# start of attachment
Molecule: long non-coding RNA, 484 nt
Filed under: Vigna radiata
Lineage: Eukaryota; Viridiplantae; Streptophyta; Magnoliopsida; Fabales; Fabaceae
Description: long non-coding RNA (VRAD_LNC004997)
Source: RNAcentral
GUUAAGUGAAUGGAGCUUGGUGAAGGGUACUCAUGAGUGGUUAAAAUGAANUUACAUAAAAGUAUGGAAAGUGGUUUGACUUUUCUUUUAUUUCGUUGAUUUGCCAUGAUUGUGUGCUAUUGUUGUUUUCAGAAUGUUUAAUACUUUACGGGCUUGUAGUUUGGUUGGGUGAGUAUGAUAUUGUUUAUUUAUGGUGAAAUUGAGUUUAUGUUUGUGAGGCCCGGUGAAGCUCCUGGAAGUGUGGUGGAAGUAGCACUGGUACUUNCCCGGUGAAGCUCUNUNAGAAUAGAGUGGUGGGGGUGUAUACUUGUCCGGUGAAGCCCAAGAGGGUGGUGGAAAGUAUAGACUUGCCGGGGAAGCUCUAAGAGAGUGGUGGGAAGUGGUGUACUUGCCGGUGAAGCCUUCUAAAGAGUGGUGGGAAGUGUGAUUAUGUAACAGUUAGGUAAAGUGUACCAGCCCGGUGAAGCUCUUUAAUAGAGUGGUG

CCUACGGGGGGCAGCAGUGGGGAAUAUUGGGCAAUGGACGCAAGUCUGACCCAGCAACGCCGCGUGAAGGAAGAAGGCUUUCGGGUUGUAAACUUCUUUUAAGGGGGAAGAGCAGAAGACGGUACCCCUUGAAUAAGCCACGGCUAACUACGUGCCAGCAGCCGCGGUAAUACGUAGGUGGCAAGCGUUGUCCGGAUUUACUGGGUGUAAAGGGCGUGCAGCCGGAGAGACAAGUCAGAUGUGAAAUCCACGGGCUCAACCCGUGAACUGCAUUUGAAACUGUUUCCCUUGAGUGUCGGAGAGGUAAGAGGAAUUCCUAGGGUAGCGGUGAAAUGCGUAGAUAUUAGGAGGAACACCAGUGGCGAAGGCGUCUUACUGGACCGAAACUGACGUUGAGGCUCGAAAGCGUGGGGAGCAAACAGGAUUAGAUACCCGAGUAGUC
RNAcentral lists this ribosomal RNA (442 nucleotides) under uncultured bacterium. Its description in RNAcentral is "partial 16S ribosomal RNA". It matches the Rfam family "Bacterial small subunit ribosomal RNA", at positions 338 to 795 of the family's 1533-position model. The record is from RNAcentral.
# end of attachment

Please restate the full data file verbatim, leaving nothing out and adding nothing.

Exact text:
Molecule: long non-coding RNA, 484 nt
Filed under: Vigna radiata
Lineage: Eukaryota; Viridiplantae; Streptophyta; Magnoliopsida; Fabales; Fabaceae
Description: long non-coding RNA (VRAD_LNC004997)
Source: RNAcentral
GUUAAGUGAAUGGAGCUUGGUGAAGGGUACUCAUGAGUGGUUAAAAUGAANUUACAUAAAAGUAUGGAAAGUGGUUUGACUUUUCUUUUAUUUCGUUGAUUUGCCAUGAUUGUGUGCUAUUGUUGUUUUCAGAAUGUUUAAUACUUUACGGGCUUGUAGUUUGGUUGGGUGAGUAUGAUAUUGUUUAUUUAUGGUGAAAUUGAGUUUAUGUUUGUGAGGCCCGGUGAAGCUCCUGGAAGUGUGGUGGAAGUAGCACUGGUACUUNCCCGGUGAAGCUCUNUNAGAAUAGAGUGGUGGGGGUGUAUACUUGUCCGGUGAAGCCCAAGAGGGUGGUGGAAAGUAUAGACUUGCCGGGGAAGCUCUAAGAGAGUGGUGGGAAGUGGUGUACUUGCCGGUGAAGCCUUCUAAAGAGUGGUGGGAAGUGUGAUUAUGUAACAGUUAGGUAAAGUGUACCAGCCCGGUGAAGCUCUUUAAUAGAGUGGUG

CCUACGGGGGGCAGCAGUGGGGAAUAUUGGGCAAUGGACGCAAGUCUGACCCAGCAACGCCGCGUGAAGGAAGAAGGCUUUCGGGUUGUAAACUUCUUUUAAGGGGGAAGAGCAGAAGACGGUACCCCUUGAAUAAGCCACGGCUAACUACGUGCCAGCAGCCGCGGUAAUACGUAGGUGGCAAGCGUUGUCCGGAUUUACUGGGUGUAAAGGGCGUGCAGCCGGAGAGACAAGUCAGAUGUGAAAUCCACGGGCUCAACCCGUGAACUGCAUUUGAAACUGUUUCCCUUGAGUGUCGGAGAGGUAAGAGGAAUUCCUAGGGUAGCGGUGAAAUGCGUAGAUAUUAGGAGGAACACCAGUGGCGAAGGCGUCUUACUGGACCGAAACUGACGUUGAGGCUCGAAAGCGUGGGGAGCAAACAGGAUUAGAUACCCGAGUAGUC
RNAcentral lists this ribosomal RNA (442 nucleotides) under uncultured bacterium. Its description in RNAcentral is "partial 16S ribosomal RNA". It matches the Rfam family "Bacterial small subunit ribosomal RNA", at positions 338 to 795 of the family's 1533-position model. The record is from RNAcentral.